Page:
An Analysis of the Implications of Joint Military Structures in Argentina, Brazil, Chile, and Colombia
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In 2010, the Southern Cone countries of Argentina, Brazil, and Chile established joint operational military structures as part of a more general reform of national security and defense institutions. While it is too soon to assess the impact of these institutional innovations, we can benefit from a quick overview of some of the main points of the successful U.S. effort at “jointness”1 in the Goldwater – Nichols Defense Reorganization Act of 1986 (G-N). Based on the experience of the U.S., the author is not sanguine that the formal move of Argentina, Brazil, and Chile to joint structures will soon result in an improvement in their joint military behavior. The U.S. Government and the United States Southern Command (USSOUTHCOM) in particular, can increase the chances of these joint structures becoming effective by orienting attention and resources to them and to the ministries of defense (MOD), which has inspired them, and not to the individual services. While Colombia has not mandated joint structures at the national level, it has established joint regional commands that most observers believe have proven effective in fighting the Fuerzas Armadas Revolucionaries de Colombia (FARC). USSOUTHCOM can continue to support these regional joint commands, while also seeking to influence reform at the national level of the MOD and a strengthening of the joint staff. In this paper the author looks at the new joint structures in the three Southern Cone countries and to the regional commands in Colombia.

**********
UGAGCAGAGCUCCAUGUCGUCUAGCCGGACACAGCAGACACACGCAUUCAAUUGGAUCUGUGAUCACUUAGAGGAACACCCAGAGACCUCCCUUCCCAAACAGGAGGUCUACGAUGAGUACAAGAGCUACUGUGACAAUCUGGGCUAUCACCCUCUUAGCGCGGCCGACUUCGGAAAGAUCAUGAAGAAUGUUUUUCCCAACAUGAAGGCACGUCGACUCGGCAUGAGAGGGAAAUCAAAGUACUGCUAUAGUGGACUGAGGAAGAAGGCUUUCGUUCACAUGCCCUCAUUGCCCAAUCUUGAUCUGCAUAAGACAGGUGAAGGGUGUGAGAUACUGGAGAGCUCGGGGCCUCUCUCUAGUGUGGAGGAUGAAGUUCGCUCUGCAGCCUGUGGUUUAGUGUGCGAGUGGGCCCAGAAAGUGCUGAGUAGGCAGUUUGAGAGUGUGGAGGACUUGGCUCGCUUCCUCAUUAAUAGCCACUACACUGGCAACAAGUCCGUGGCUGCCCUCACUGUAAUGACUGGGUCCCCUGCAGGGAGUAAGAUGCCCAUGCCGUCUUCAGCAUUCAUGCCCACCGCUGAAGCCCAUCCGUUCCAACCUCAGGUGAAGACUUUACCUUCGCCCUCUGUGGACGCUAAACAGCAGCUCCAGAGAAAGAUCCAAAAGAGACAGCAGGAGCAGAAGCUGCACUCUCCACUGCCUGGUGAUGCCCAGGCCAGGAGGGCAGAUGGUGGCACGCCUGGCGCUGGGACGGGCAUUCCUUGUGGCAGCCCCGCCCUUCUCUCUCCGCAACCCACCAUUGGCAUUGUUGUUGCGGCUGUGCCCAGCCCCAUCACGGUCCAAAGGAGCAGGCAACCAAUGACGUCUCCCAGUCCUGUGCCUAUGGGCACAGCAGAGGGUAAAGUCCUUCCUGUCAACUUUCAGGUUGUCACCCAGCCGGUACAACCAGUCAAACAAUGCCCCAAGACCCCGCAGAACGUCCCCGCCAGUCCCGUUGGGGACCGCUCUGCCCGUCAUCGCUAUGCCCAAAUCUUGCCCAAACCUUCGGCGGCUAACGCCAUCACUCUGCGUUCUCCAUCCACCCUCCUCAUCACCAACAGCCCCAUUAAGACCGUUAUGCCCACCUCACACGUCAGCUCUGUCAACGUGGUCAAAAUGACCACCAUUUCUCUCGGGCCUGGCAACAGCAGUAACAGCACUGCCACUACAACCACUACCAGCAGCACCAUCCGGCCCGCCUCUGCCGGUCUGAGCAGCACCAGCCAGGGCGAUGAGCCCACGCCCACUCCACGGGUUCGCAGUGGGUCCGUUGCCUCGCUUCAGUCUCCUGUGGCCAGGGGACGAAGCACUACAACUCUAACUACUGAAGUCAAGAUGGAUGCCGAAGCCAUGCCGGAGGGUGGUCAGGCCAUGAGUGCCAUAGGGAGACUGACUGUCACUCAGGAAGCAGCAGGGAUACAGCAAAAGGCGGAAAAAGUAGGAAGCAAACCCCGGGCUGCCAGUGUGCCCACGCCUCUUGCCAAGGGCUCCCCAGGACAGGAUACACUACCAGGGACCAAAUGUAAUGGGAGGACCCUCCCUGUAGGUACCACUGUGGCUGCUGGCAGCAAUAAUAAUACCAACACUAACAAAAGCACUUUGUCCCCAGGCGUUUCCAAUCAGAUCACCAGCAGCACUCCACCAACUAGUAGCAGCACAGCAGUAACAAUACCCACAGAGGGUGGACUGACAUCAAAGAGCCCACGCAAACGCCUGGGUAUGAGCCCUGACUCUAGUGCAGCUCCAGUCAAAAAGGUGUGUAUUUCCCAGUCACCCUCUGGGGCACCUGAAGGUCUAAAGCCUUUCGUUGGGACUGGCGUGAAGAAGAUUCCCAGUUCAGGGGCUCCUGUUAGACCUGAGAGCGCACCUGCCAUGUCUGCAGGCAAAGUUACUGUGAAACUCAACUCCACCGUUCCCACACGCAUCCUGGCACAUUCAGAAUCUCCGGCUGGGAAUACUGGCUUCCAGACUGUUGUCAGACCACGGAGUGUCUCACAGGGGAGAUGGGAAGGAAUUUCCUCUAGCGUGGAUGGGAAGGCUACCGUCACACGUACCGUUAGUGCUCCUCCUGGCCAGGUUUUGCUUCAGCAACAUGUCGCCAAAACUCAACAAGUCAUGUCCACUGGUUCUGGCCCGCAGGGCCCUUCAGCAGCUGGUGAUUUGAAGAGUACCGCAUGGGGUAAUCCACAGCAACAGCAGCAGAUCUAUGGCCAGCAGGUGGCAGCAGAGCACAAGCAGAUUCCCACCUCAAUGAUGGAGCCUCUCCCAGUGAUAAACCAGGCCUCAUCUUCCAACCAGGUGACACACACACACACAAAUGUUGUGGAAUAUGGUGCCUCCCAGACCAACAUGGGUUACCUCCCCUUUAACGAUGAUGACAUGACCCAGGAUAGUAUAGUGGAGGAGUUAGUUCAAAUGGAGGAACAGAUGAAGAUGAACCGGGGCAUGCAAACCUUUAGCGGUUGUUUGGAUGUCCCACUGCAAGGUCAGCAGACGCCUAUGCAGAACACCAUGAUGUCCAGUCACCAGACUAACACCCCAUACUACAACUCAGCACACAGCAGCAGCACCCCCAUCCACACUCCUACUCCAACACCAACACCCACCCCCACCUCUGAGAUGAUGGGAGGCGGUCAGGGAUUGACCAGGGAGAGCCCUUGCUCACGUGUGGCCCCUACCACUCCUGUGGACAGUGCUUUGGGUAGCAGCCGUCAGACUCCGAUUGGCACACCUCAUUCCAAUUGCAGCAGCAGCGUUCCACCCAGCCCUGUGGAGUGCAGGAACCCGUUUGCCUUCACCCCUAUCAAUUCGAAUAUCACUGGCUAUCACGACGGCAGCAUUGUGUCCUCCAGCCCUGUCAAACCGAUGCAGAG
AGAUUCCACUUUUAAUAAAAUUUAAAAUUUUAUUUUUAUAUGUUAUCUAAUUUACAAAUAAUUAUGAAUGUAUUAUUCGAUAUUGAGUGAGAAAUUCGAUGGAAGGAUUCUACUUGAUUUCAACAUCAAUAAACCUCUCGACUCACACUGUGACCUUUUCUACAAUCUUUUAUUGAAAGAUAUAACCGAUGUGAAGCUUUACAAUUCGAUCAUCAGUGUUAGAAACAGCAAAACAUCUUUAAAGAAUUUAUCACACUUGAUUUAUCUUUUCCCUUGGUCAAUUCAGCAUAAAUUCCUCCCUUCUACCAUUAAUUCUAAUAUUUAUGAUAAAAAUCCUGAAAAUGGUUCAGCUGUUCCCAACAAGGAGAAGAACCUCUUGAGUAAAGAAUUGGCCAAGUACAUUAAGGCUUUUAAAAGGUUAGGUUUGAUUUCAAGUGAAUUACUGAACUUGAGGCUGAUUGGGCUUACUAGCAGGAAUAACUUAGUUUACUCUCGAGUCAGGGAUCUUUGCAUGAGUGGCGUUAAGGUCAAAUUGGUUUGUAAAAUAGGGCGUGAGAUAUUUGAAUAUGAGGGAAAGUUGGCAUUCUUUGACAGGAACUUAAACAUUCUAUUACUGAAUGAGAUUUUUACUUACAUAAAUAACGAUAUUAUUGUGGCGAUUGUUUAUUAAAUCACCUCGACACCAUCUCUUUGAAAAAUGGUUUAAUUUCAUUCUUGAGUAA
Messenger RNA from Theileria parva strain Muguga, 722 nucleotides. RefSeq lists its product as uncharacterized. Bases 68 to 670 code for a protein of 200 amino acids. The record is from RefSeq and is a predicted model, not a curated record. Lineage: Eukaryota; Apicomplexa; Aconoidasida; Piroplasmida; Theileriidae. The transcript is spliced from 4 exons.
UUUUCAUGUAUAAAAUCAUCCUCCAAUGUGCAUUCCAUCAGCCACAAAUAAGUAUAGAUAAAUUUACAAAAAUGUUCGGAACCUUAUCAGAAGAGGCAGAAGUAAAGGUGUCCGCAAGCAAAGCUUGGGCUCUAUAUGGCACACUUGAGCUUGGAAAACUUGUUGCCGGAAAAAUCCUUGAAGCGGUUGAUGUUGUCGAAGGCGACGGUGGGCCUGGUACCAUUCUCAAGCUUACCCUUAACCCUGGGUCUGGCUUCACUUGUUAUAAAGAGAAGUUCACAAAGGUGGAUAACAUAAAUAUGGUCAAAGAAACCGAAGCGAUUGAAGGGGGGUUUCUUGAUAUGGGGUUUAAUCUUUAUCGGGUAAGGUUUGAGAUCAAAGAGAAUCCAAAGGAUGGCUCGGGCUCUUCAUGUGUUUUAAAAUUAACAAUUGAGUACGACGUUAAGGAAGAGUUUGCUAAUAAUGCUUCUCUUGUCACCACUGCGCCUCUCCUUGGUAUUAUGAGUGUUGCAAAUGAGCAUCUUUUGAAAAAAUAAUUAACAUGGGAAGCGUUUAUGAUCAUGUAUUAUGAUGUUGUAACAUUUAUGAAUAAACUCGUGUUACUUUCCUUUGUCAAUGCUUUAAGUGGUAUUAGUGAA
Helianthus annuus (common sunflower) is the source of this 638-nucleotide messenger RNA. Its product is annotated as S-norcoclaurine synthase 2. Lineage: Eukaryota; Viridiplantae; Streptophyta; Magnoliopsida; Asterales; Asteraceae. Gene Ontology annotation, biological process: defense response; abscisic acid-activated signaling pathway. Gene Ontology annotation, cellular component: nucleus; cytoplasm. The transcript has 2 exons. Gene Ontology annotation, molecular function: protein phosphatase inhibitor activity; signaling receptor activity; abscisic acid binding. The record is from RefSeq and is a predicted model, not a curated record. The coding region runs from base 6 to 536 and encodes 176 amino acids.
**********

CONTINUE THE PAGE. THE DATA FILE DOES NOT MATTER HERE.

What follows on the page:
Western Hemisphere Security Analysis Center
RightsThis publication is a work of the U.S. Government as defined in Title 17, United States Code, Section 101. Copyright protection is not available for this work in the United States.
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